As God promises, the Assyrians fail to take Jerusalem. The angel of the Lord, who some commentators say is the pre-incarnate Messiah, strikes down 185,000 enemy soldiers in a single night. The carnage the next morning is difficult to fathom: There are no signs of a struggle, no battle wounds on the fallen; just a massive army of soldiers lying dead on the hillsides. The Lord promised to chop down the Assyrians like a forest (Isa. 10:33-34), pummel them like a storm with fire, rain, a torrent and hailstones (Isa. 30:27-30), and destroy their leader (Isa. 30:31-33), and now He is true to His word. The work of God on this fateful night reminds the Jews of His sovereignty in bringing both deliverance and judgment (Ex. 12:12; 2 Sam. 24:15-17).
News of the Assyrian defeat prompts Sennacherib to leave Judah and return to his capital city of Ninevah. Twenty years later, as a result of a power struggle, he is assassinated by two of his sons while worshiping in the temple of his god Nisroch (or Asshur, the chief Assyrian god depicted as an eagle-headed human figure), thus fulfilling Isa. 37:7 (see also 2 Kings 19:7, 35-37). Although Sennacherib mocks the God of Israel, his own god is unable to save him.
Matthew Henry summarizes: “God can quickly stop their breath who breathe out threatenings and slaughter against his people, and will do it when they have filled up the measure of their iniquity; and the Lord is known by these judgments which he executes, known to be a God that resists the proud. Many prophecies were fulfilled in this providence, which should encourage us, as far as they look further, and are designed as common and general assurances of the safety of the church and of all that trust in God …” (S. Isa 37:21).Copyright 2009 by Rob Phillips
Where we are:
Part 1: Judgment
Part 2: Historical Interlude
Part 3: Salvation
When this takes place:
The oracle in Chapter 19 describes four different kings who are trying to control Egypt around 720 – 711 B.C., according to Gary V. Smith in The New American Commentary. If so, this would place Isaiah’s prophecy in the reigns of Judah’s kings Ahaz and Hezekiah.
Isa. 19:1 – Look, the Lord rides on a swift cloud and is coming to Egypt. Egypt’s idols will tremble before Him, and Egypt’s heart will melt within it.
D.A. Carson summarizes: “This oracle is a strong expression of the truth that God smites in order to heal (see v 22). The initial breakdown is followed by a renewal which goes beyond anything promised to a Gentile nation in the O.T. Perhaps Egypt is shown here in its two aspects: first, as the worldly power to which Israel was always looking (cf. 20:5) and secondly, as part of God’s world, for which he cares, with a place in his kingdom in which present ranks and races will be quite superseded” (New Bible Commentary : 21st Century Edition, S. Is 18:1).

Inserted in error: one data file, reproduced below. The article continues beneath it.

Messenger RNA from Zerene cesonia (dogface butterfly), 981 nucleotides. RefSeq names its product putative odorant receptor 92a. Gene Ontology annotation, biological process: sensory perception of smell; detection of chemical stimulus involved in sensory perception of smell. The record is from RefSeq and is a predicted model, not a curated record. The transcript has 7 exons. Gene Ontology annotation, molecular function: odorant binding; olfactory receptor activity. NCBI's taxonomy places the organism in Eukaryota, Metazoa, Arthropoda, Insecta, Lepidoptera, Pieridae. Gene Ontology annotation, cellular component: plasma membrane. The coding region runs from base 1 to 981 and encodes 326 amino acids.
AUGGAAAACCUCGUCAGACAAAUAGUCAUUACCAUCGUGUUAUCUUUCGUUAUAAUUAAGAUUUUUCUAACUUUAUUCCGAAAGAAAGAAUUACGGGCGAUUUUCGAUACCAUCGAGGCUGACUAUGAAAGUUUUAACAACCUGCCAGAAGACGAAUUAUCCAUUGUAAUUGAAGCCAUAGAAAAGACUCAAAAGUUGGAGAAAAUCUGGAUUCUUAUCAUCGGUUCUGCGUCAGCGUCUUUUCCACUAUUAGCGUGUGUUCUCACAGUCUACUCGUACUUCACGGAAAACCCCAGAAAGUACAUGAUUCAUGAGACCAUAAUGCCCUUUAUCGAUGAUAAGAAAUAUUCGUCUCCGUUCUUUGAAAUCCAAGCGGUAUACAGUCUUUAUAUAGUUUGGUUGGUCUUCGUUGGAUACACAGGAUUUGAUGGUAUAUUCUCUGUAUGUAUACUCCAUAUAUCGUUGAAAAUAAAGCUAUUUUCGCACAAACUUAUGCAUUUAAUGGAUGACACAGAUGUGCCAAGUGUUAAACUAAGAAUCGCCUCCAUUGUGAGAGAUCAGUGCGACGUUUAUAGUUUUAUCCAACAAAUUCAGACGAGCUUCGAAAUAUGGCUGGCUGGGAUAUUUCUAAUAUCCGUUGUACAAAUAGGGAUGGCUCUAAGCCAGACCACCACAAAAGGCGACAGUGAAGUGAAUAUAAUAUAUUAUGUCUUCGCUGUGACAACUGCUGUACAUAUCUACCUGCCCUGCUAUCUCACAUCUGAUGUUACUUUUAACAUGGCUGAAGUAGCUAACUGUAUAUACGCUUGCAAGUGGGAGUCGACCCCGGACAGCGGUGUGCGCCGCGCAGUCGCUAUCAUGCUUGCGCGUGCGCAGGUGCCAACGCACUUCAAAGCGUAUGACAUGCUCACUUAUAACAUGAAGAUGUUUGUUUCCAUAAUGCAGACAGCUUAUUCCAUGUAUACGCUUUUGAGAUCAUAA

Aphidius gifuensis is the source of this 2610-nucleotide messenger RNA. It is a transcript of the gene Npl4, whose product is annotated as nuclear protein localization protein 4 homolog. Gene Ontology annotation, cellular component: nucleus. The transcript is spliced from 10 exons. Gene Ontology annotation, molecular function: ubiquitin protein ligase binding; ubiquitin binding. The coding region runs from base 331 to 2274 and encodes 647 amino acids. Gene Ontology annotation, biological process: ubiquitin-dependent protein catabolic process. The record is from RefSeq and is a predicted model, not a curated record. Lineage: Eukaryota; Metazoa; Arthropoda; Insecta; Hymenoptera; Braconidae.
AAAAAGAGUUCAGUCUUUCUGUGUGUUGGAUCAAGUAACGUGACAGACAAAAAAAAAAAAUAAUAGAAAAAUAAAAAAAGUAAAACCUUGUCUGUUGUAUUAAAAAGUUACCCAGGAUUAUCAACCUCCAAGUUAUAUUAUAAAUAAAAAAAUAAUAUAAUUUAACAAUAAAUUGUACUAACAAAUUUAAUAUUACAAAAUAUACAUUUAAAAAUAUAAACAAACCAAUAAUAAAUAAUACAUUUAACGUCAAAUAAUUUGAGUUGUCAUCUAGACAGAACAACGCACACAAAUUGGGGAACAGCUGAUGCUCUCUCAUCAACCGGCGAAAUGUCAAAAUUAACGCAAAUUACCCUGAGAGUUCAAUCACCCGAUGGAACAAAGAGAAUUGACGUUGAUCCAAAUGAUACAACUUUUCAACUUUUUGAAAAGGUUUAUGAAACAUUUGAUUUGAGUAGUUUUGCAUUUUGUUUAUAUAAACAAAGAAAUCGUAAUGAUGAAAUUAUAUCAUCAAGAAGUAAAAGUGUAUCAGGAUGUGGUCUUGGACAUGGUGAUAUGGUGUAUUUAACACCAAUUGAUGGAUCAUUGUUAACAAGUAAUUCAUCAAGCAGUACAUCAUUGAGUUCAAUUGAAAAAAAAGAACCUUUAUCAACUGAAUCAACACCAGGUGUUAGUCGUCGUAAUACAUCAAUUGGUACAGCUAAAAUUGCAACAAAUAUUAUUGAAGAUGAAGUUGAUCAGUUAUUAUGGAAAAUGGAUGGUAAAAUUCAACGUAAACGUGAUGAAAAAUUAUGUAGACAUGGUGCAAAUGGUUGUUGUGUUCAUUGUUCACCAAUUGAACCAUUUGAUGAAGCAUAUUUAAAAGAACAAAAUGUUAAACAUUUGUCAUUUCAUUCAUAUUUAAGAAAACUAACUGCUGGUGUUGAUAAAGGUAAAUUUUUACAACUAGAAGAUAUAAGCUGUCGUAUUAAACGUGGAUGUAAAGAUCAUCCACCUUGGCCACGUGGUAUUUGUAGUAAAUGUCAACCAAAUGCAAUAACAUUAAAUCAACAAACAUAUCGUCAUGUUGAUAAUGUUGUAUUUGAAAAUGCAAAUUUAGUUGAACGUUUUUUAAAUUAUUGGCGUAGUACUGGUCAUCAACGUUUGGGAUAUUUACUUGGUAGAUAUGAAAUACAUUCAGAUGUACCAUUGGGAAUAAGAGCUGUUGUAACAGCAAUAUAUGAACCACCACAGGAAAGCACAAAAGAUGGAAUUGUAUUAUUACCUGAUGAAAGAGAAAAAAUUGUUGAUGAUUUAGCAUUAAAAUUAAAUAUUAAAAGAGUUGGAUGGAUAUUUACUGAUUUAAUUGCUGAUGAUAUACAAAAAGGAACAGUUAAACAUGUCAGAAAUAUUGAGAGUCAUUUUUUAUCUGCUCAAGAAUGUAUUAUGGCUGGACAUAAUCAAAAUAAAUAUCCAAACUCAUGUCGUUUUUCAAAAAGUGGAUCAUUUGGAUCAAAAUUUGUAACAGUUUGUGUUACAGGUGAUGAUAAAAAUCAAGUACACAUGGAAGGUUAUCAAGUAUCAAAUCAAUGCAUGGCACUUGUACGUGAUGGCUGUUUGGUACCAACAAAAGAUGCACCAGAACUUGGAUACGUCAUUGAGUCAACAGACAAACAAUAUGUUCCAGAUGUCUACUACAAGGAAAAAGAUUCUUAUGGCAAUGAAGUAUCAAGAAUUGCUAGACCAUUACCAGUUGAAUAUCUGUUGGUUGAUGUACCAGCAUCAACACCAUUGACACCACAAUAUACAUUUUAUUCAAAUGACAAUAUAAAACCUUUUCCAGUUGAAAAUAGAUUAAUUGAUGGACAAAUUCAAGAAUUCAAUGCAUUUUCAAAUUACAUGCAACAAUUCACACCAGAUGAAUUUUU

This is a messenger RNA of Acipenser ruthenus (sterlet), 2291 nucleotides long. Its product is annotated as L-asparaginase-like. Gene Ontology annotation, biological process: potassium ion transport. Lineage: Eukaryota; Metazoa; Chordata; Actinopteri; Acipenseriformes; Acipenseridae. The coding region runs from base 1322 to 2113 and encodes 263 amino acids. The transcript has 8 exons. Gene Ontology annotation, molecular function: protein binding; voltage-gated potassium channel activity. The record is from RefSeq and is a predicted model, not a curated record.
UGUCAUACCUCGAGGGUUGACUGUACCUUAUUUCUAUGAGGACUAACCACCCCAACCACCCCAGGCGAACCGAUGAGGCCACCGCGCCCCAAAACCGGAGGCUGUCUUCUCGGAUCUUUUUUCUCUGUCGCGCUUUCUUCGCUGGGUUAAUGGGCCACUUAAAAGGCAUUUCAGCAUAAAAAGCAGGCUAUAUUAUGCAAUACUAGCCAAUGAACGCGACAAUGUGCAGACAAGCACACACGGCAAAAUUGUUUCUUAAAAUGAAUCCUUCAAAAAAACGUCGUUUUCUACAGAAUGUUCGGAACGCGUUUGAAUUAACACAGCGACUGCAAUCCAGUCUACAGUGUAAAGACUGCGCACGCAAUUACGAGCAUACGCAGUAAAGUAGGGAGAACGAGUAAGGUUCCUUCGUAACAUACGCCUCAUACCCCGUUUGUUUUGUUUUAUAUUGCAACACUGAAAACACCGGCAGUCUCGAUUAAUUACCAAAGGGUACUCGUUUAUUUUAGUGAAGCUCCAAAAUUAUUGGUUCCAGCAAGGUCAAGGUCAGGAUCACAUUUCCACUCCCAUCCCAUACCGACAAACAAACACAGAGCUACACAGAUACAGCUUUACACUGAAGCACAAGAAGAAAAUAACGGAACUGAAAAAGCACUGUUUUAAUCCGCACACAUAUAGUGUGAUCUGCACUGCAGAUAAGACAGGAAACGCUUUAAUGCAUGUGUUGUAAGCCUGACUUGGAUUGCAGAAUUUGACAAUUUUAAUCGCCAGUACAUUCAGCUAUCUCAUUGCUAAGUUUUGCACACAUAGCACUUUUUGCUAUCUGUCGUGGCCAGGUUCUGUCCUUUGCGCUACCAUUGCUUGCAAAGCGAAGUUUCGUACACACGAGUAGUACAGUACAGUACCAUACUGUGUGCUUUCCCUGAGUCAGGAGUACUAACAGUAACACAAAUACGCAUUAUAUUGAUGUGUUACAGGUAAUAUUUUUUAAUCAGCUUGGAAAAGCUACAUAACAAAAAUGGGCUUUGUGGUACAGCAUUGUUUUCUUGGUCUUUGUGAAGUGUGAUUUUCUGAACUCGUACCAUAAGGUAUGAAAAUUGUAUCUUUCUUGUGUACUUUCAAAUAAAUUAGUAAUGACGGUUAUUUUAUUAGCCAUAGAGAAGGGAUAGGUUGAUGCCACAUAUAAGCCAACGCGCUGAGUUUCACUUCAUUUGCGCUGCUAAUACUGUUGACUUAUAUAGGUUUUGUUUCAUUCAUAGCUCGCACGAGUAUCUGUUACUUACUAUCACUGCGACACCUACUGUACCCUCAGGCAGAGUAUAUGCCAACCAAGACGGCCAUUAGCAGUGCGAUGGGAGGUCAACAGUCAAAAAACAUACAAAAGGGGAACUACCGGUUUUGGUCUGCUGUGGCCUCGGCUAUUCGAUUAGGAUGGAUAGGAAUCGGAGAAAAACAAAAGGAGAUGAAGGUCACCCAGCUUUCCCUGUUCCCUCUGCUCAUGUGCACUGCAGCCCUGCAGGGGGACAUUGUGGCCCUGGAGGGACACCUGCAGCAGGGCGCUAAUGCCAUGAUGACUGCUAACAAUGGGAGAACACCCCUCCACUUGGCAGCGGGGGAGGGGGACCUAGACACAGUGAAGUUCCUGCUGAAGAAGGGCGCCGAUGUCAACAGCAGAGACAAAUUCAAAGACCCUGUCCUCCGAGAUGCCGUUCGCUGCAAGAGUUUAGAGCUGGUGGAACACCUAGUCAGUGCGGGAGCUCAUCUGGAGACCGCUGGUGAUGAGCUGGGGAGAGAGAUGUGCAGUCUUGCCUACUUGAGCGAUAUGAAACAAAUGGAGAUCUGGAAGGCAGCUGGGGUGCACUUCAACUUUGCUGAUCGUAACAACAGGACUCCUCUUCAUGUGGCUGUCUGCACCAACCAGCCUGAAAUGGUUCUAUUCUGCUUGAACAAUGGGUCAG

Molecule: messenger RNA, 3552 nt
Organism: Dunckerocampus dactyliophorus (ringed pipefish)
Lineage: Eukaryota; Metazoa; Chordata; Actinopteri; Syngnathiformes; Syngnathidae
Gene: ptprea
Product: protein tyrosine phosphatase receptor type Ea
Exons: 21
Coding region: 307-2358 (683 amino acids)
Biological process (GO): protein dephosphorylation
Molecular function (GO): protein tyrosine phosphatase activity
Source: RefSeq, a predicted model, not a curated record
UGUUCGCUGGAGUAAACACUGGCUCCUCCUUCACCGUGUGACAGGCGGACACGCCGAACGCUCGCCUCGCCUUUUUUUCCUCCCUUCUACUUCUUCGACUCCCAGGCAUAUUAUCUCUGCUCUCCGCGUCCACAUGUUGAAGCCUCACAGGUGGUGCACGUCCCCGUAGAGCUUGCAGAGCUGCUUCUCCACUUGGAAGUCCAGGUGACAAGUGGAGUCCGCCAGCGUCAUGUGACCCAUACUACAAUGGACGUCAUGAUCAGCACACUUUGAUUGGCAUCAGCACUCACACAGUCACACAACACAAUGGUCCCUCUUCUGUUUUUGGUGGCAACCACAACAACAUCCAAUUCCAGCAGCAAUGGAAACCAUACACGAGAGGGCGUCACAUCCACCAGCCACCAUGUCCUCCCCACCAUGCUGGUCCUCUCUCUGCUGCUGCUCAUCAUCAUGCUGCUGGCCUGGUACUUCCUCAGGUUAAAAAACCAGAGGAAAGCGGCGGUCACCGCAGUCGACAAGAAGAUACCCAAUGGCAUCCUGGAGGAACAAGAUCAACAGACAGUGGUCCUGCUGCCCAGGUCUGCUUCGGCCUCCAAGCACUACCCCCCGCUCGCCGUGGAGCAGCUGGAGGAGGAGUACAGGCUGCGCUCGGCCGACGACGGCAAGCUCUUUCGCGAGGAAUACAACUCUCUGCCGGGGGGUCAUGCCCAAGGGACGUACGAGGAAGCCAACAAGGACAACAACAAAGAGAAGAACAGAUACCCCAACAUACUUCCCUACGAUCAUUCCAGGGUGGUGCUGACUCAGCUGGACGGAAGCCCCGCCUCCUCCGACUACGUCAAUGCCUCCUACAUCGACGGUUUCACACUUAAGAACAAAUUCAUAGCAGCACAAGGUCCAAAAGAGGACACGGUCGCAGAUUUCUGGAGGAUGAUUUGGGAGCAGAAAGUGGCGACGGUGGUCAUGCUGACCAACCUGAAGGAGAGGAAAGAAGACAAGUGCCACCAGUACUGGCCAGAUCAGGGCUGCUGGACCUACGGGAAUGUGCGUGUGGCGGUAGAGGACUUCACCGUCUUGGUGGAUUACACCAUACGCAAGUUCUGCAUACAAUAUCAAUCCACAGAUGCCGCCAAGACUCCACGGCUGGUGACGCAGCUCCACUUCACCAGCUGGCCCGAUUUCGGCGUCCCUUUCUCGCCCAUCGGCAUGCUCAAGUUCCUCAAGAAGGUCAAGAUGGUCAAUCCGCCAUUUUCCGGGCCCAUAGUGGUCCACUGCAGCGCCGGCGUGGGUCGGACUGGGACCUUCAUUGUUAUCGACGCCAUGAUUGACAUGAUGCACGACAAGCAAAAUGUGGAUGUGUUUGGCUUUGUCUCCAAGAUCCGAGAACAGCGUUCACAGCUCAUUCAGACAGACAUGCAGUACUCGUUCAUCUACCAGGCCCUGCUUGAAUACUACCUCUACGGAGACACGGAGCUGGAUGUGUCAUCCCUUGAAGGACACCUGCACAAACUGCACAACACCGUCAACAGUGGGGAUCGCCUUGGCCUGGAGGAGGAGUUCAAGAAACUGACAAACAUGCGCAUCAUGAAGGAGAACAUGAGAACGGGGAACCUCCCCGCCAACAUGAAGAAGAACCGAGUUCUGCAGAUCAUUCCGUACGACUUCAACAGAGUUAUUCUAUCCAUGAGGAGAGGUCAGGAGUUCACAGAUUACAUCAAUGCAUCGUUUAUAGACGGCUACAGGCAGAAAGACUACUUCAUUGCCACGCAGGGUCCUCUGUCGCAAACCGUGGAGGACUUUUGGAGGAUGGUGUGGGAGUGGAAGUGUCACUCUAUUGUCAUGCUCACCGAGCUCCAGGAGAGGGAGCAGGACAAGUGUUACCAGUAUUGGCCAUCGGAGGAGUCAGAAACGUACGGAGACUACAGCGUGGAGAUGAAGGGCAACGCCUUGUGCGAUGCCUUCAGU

While Egypt must suffer God’s judgment, Isaiah depicts a glorious day when the nation will be converted and worship Him. When the Egyptians are converted (vv. 18-22) they will openly honor the Lord with an altar in the center of the country and a pillar near the border (vv. 19-20). The Egyptians will offer sacrifices and gifts to the Lord (v. 21) and, along with the Assyrians and Israelites, joyfully serve Him (vv. 23-25). Other Old Testament prophets wrote of Egypt’s future as well (see Jer. 46; Ezek. 29-30).
The Lord’s Message to Egypt (Isa. 19:1-15)
Here and in other passages of Scripture the Lord is seen riding on a cloud (v. 1; see also Ps. 68:4, 33: 104:3). In Canaanite mythology, the same imagery is used of Baal, the god of rain and fertility. But the Lord, not Baal, is the true Giver of rain, something the Egyptians will sorely need (vv. 5-10). The Egyptians’ false gods will not be able to save them from approaching judgment. Forced to abandon their trust in idols that “tremble” before Yahweh, the Egyptians will be reduced to infighting, despair and defeat at the hands of “harsh masters” and “a strong king” (v. 4). Isaiah does not identify the strong king, but possibly it is the Ethiopian ruler Shabaka or the Assyrian king Sargon.
Matthew Henry writes: “Isis, Osiris, and Apis, those celebrated idols of Egypt, being found unable to relieve their worshippers, shall be disowned and rejected by them. Idolatry had got deeper rooting in Egypt than in any land besides, even the most absurd idolatries; and yet now the idols shall be moved and they shall be ashamed of them” (Matthew Henry’s Commentary on the Whole Bible: Complete and Unabridged in One Volume, S. Is 19:1).